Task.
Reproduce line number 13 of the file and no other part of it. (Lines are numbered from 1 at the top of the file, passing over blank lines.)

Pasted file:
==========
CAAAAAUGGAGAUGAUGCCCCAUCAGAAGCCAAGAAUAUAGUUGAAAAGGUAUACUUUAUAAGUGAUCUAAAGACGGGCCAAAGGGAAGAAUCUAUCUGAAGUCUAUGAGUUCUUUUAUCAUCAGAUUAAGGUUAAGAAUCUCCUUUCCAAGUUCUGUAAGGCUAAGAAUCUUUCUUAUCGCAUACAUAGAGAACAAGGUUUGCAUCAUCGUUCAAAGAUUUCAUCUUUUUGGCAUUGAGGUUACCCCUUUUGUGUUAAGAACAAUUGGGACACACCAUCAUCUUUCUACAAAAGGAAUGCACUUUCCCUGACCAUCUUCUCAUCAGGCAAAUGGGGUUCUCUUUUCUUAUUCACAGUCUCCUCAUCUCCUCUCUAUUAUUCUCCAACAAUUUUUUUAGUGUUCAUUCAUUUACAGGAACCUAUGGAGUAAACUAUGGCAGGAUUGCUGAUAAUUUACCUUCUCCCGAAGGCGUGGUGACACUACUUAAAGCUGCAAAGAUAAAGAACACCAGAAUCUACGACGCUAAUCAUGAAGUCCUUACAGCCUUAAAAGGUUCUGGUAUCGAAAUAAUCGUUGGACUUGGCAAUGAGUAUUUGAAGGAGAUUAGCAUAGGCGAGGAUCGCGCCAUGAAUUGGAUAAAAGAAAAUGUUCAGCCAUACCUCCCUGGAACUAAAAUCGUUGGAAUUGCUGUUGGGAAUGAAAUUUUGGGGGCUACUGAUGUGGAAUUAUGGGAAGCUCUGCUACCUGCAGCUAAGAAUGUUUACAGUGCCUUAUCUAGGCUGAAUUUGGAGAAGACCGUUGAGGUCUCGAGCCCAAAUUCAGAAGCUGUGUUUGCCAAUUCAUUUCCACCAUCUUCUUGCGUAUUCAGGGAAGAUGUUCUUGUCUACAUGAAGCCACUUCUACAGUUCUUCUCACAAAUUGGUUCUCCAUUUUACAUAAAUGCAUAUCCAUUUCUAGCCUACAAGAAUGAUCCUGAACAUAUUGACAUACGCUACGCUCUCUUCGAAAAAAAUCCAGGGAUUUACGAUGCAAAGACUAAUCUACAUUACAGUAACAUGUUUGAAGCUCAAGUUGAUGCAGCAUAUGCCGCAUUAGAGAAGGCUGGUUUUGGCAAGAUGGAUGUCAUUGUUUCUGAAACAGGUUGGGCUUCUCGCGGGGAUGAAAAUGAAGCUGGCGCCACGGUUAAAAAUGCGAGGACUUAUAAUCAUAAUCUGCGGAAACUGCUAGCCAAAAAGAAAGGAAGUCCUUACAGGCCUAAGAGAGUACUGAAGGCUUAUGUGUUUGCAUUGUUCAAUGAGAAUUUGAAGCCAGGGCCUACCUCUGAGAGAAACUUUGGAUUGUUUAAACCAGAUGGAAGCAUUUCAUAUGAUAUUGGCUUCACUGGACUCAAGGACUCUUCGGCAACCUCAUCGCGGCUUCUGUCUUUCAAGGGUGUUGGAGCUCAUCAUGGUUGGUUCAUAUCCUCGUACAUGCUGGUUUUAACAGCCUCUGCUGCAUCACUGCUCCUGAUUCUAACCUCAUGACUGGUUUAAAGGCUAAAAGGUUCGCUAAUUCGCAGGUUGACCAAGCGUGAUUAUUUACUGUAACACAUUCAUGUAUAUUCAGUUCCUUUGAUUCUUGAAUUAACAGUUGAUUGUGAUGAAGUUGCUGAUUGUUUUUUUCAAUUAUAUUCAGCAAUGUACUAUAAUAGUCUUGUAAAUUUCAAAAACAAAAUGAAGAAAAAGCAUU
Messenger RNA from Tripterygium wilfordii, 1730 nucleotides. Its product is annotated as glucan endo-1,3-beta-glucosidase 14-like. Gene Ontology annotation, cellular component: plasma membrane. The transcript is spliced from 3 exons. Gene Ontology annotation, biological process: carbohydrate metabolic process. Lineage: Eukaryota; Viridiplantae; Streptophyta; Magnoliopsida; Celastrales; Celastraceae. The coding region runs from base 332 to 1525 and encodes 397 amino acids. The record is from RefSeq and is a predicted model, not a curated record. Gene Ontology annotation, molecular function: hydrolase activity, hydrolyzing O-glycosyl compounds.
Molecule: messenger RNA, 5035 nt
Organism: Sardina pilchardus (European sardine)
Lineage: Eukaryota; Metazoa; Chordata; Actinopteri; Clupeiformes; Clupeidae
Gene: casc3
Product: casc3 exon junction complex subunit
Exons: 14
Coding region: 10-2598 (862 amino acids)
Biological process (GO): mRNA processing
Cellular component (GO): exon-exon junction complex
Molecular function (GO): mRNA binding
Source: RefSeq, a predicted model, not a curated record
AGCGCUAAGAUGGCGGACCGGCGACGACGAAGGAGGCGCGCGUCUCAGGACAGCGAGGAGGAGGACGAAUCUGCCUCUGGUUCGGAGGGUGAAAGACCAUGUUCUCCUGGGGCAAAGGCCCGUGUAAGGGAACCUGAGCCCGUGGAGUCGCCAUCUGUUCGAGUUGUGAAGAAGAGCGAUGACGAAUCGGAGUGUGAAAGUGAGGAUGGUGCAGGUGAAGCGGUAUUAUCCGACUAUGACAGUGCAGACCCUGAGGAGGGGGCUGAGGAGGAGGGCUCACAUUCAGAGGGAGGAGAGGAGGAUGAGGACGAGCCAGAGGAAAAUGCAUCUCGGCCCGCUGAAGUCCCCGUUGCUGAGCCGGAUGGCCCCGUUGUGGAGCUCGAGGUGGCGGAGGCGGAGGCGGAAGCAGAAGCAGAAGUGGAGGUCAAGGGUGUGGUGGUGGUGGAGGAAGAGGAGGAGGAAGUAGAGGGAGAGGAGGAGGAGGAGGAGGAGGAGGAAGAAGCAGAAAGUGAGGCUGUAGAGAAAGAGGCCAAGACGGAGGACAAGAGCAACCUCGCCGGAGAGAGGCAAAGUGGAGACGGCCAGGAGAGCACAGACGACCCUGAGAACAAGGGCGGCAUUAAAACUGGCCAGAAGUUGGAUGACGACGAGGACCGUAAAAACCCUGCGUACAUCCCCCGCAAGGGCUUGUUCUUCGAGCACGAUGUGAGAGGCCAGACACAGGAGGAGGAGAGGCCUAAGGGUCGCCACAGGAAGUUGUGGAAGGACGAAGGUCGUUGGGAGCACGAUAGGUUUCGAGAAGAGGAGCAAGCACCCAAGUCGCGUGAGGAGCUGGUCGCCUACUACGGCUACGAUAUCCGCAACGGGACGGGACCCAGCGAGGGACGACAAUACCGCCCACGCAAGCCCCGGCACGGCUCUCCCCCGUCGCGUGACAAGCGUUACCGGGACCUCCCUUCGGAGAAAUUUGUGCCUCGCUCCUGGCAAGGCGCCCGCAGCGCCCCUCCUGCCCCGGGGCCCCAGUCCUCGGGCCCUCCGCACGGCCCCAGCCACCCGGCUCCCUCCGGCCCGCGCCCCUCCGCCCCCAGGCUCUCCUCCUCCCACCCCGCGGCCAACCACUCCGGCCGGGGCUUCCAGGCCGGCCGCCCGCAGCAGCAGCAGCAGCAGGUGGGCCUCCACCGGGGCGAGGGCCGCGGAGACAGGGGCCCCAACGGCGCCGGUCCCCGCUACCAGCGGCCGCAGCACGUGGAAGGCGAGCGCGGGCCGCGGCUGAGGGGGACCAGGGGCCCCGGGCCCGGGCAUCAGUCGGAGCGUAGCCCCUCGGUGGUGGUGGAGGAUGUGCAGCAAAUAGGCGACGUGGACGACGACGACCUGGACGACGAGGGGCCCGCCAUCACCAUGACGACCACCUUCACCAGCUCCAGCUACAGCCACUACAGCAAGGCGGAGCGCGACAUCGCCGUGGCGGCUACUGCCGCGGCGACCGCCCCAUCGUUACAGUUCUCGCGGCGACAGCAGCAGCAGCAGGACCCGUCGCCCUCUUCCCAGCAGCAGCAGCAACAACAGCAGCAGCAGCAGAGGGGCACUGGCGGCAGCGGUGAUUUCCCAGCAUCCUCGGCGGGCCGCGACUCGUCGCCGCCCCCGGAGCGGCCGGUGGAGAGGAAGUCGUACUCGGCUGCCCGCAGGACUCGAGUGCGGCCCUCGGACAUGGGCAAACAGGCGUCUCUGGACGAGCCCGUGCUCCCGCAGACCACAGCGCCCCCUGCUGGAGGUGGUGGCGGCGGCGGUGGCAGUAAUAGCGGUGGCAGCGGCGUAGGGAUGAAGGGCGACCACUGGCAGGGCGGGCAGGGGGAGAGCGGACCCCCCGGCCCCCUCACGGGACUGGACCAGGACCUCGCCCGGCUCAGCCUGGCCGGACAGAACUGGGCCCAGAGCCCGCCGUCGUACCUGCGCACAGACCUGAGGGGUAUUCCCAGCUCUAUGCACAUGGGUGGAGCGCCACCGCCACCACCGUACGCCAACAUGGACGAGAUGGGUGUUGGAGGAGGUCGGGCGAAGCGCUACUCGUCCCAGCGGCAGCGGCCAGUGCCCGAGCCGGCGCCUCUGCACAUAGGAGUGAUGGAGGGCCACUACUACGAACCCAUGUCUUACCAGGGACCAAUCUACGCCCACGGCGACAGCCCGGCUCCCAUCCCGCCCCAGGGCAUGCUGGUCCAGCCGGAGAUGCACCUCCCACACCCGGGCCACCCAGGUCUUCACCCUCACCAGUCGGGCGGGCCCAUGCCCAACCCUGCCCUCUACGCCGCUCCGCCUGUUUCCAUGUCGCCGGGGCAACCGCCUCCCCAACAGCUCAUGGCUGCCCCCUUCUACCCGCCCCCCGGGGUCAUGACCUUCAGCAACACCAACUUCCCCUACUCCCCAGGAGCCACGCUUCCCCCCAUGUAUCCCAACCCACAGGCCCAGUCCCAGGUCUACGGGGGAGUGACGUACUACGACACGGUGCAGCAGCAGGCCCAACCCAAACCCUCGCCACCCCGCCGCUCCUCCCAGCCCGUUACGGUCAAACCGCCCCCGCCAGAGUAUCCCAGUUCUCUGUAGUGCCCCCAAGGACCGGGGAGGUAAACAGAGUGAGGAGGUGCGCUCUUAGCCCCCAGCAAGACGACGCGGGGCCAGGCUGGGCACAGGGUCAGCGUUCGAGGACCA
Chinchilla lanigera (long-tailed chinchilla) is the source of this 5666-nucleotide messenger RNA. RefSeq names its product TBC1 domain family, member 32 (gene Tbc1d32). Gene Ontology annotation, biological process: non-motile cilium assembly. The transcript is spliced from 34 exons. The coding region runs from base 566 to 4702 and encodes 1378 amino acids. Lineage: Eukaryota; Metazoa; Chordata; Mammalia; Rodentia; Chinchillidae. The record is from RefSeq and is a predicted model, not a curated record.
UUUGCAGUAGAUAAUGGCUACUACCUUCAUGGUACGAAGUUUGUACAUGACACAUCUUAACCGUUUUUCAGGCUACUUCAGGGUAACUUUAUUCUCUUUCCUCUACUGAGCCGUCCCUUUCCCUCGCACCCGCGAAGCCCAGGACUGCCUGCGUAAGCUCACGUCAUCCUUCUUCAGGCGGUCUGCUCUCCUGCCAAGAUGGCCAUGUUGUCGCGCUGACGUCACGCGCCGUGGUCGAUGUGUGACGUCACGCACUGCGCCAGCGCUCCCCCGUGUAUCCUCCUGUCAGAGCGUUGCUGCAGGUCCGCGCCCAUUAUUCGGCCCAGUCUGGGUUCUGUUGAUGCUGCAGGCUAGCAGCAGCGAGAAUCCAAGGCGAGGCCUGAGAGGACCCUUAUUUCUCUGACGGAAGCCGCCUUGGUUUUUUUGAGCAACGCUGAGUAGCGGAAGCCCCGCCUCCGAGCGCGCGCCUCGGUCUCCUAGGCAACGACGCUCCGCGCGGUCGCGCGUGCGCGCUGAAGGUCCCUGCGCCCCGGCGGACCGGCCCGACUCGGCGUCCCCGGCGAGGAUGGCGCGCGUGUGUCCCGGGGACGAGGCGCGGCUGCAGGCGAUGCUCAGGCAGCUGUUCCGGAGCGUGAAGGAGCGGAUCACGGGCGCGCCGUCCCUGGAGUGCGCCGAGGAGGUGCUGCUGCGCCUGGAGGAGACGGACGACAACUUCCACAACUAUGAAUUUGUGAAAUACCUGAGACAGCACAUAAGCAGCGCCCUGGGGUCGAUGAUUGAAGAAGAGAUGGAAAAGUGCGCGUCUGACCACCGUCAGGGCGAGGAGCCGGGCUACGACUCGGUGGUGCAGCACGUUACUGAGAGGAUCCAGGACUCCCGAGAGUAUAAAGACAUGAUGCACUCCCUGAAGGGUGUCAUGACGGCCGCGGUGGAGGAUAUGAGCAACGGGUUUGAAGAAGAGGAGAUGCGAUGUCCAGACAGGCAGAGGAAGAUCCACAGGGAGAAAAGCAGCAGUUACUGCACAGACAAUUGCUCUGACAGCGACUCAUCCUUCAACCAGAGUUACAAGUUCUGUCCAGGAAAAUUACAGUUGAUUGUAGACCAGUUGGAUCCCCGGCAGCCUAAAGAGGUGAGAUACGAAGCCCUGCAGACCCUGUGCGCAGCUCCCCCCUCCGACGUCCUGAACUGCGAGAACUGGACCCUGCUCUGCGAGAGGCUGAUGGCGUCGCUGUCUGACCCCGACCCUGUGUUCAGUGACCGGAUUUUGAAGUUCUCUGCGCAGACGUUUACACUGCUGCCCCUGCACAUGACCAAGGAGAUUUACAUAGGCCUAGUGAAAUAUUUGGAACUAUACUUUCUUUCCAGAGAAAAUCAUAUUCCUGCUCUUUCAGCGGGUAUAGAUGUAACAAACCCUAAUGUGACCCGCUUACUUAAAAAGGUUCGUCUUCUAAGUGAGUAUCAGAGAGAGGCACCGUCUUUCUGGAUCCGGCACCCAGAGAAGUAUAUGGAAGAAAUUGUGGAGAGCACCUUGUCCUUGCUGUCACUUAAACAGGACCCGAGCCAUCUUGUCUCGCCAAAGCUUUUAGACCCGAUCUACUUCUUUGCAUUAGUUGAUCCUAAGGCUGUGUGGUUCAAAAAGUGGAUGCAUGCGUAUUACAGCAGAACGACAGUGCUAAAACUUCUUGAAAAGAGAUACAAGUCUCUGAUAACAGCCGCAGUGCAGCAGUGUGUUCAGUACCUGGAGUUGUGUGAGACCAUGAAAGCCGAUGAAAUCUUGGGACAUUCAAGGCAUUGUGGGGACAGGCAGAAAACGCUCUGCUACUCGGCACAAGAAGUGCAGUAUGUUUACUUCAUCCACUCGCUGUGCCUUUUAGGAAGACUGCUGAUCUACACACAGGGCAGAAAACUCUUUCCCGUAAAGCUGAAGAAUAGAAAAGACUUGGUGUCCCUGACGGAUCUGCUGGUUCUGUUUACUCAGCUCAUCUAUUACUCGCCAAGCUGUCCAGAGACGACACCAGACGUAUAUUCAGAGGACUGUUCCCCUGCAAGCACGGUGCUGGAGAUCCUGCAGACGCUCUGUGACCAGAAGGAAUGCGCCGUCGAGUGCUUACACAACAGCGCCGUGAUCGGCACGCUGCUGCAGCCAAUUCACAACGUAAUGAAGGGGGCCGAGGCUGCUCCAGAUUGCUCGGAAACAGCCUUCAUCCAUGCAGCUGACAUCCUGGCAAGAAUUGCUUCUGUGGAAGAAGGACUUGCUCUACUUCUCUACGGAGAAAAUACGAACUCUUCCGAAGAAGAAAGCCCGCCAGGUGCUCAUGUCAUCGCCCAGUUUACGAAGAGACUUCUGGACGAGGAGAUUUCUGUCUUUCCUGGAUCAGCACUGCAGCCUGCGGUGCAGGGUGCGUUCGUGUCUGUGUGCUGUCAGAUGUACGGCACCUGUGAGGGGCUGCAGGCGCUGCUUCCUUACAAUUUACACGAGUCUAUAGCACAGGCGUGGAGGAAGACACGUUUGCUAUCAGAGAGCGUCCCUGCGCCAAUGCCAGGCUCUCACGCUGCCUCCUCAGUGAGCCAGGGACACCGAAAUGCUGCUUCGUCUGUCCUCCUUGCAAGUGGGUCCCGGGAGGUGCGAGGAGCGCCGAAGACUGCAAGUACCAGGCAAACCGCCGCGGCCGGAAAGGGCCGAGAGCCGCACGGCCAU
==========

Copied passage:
Source: RefSeq, a predicted model, not a curated record